BRIGHTON — There’s a long list of reasons that Native languages have deteriorated and entered an endangered status.
The reasons that Native languages have deteriorated and entered an endangered status.
The reasons go back hundreds of years, and there are more modern day ones.
They include distractions that younger generations face every day in technology and within a mass media of television, movies and more. The mass media is dominated by the English language.
Other factors have to do with the state of education, including dwindling budgets for language programs and low teacher pay.
Many Tribal communities already have a shortage of fluent speakers.
That’s just a taste of the challenges Native language preservation faces.
None of it is lost on Marcus Briggs-Cloud, the culture language instructor at the Pemayetv Emahakv Charter School in Brighton, who has run the Creek immersion program there for the past five years.
No English is spoken in the program, only Creek. The rule applies to the kids (who start at a preverbal age), teachers, parents and elders who assist and participate.
Briggs-Cloud teaches those in the program from their preverbal days until age seven – the crucial time for learning the language fluently. In the first grade, the students are expected to transition into two hours of English schooling a day, but to also maintain Creek instruction for six hours of the day.
As a committed educator, Briggs-Cloud worries about all the reasons the language is in danger of dying, including one that he thinks doesn’t get the attention it should – the health of Tribal elders.
He said that without the elders, who are fluent in Creek, there is no immersion program. They take part in many of the program’s activities, and the nature of the work is often robust.
“Health is a major concern. What I consider the biggest threat to the survival of endangered languages is chronic illness that’s really preventable by better dietary management,” Briggs-Cloud said. “People are not talking about this.”
To help, he said the program recently revamped its food by cooking healthy meals and working with a dietician at the health clinic – Cecilia Kostadinov. The idea lasted for a few months.
“It was really good, everybody felt much better, energy levels were higher, the kids started eating the healthier food – so there was better brain function, everything about it was good,” Briggs-Cloud said, stressing he wished it had continued.
“If we don’t change the way we eat, there’s no hope for survival of the language, because elders are dying prematurely. You shouldn’t be dying in your 60s and taking the language with you,” he said.
Briggs-Cloud said that Tribal members currently have access to healthy food, unlike some, but that it’s a matter of making the conscious choice to incorporate it into a daily diet.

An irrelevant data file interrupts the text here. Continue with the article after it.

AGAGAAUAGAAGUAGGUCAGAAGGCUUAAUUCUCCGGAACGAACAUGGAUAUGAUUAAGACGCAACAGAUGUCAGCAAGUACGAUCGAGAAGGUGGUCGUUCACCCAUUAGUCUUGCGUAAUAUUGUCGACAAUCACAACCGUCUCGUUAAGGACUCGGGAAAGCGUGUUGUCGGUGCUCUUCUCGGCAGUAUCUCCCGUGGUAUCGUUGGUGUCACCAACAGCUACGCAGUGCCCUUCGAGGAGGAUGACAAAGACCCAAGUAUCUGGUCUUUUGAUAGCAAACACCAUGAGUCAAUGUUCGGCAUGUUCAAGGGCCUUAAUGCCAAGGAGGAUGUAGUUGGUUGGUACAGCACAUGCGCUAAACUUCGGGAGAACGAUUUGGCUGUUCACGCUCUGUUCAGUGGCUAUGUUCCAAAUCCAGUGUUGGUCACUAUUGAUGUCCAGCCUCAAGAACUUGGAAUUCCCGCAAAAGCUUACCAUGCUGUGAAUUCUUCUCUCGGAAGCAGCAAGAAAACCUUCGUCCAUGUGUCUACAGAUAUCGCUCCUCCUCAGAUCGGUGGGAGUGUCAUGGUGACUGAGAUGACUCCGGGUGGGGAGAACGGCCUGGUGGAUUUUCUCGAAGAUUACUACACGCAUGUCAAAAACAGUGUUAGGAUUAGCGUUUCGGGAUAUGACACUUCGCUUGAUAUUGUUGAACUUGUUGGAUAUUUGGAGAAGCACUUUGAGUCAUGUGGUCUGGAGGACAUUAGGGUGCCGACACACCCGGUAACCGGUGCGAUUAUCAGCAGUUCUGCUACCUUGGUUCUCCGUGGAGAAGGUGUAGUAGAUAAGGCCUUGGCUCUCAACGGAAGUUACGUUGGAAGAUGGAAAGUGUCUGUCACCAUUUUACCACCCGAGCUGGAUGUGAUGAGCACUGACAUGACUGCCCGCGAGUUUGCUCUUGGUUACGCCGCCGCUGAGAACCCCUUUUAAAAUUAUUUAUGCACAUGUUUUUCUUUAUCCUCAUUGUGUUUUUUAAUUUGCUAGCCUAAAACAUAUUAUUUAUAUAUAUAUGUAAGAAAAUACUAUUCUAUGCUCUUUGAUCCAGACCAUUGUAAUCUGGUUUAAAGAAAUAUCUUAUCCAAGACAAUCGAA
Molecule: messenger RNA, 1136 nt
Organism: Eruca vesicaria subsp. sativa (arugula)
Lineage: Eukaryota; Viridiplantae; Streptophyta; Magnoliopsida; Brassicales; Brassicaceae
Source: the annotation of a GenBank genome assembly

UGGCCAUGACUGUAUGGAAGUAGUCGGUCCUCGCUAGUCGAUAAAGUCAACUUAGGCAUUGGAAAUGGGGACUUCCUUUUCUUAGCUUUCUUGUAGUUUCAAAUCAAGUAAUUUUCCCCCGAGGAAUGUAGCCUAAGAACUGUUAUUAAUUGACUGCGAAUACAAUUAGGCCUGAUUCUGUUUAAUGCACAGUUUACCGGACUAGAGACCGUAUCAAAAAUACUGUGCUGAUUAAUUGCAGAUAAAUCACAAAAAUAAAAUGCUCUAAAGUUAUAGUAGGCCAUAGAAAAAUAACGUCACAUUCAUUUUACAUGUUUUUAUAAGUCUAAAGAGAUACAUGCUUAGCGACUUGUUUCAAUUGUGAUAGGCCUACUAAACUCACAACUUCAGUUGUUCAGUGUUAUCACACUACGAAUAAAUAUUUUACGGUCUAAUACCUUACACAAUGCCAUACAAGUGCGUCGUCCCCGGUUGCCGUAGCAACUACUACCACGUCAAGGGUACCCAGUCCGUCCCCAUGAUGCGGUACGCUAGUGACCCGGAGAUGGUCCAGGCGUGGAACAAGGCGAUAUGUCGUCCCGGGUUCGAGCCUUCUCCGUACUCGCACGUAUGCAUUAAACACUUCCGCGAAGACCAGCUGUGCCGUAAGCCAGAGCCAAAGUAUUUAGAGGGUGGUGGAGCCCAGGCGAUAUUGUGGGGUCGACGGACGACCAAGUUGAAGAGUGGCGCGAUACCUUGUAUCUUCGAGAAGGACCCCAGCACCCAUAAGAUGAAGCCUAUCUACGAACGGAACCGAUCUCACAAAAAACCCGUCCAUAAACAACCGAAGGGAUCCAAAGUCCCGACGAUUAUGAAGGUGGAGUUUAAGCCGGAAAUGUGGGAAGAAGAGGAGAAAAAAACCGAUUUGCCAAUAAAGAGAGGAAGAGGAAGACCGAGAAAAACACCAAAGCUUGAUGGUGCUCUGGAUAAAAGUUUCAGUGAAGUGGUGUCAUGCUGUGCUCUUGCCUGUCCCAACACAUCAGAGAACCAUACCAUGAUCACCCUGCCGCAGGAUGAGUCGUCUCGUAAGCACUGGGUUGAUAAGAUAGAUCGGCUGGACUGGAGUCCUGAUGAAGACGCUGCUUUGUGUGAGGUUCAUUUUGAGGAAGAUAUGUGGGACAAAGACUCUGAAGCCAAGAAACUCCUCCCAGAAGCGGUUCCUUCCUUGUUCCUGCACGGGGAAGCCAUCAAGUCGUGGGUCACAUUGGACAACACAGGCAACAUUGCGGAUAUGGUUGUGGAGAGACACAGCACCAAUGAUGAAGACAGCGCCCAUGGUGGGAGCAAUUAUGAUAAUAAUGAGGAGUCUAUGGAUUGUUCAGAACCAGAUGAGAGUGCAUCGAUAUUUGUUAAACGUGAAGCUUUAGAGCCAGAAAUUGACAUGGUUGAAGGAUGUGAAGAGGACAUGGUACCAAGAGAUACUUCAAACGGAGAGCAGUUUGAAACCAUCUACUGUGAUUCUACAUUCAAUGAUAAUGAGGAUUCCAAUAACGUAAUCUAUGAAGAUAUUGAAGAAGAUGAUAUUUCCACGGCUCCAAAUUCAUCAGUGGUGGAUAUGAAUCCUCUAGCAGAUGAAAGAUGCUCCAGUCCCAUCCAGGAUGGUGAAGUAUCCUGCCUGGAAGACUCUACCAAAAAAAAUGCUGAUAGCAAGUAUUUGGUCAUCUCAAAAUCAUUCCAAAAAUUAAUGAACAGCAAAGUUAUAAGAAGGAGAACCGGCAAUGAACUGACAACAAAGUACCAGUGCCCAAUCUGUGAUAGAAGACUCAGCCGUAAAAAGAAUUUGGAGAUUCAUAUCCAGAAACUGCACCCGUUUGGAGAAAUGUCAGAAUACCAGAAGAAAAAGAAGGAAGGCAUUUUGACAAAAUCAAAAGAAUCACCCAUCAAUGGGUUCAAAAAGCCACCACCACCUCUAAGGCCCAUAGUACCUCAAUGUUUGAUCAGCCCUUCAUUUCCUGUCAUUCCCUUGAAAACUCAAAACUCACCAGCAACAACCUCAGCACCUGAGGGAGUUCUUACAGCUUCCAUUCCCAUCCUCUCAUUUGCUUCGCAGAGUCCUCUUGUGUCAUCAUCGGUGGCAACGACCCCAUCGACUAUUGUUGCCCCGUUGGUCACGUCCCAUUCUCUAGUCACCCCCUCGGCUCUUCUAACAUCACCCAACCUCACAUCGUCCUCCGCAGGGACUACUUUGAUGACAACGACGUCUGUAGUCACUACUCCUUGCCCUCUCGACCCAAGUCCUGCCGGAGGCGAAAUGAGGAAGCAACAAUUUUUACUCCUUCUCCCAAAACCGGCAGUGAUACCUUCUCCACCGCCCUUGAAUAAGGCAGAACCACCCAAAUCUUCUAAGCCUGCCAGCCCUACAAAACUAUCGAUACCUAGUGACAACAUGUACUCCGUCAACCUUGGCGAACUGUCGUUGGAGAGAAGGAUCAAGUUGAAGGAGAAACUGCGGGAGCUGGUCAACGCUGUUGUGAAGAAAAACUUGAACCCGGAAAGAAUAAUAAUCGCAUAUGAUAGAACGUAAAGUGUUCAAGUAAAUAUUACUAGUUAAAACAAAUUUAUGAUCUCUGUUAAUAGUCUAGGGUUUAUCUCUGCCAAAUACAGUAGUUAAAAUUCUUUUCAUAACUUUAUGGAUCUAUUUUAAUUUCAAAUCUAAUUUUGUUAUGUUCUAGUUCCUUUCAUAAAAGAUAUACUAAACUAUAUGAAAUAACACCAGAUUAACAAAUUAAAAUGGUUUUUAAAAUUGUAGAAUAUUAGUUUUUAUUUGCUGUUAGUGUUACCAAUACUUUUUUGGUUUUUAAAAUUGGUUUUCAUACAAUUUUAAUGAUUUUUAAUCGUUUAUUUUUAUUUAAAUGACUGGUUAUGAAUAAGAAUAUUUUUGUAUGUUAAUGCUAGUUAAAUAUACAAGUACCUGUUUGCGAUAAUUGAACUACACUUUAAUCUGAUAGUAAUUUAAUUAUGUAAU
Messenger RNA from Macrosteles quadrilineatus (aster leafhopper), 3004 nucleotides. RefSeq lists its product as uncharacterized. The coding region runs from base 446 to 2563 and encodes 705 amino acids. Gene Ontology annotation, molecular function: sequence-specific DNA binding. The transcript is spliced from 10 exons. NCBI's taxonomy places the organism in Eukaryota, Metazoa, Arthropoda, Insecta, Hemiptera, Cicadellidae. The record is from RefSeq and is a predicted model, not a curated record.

Even though the healthier food is available, he said many Tribal members aren’t educated in nutrition enough to make the proper decisions. It can result in diabetes and hypertension.
For example, after working with Kostadinov he and many in the program realized that some food they thought was healthy actually wasn’t.
“[She] tweaked all these recipes and we started making all our food from scratch using organic ingredients,” he said.
Briggs-Cloud now tries to spread the word that all language programs need to have healthy eating as a priority.
“There’s a direct correlation between poor health and language loss, because our elders who are language bearers are dying prematurely,” he said.
Even though the healthier cooking initiative ended, Briggs-Cloud instituted a walking and biking program.
If a participant walks outside or uses a stationary bike for 30 minutes a day for 20 days they get $100. The funds come from various late fees paid by parents.
In addition, many of the staff have continued implementing the knowledge that Kostadinov taught them when preparing food at home.
“If you are not healthy, you cannot interact with these children,” he said. “When your blood sugar’s crashing, the last thing you want to do is be working with a child to impart language.”
The kids who started in the language immersion program completed a kindergarten curriculum last year as pre-K students.
“So they’re ahead by Western standards,” Briggs-Cloud said. “But what’s most important to me is they get a good cultural foundation, and that they understand that the word education does not exclusively connote Eurocentric curriculum, that we have our own canon of stories and our own epistemologies and ontologies that we need to demonstrate respect for, and have command of, and make sure they’re solidly integrated into the worldview we’re shaping for our students. It’s our responsibility to do that for our students.”
Indeed the PECS language immersion program has been held up as a model to observers and educators across the country and in Canada.
Many from different Tribes have come to the school to see how they can start a similar program of their own.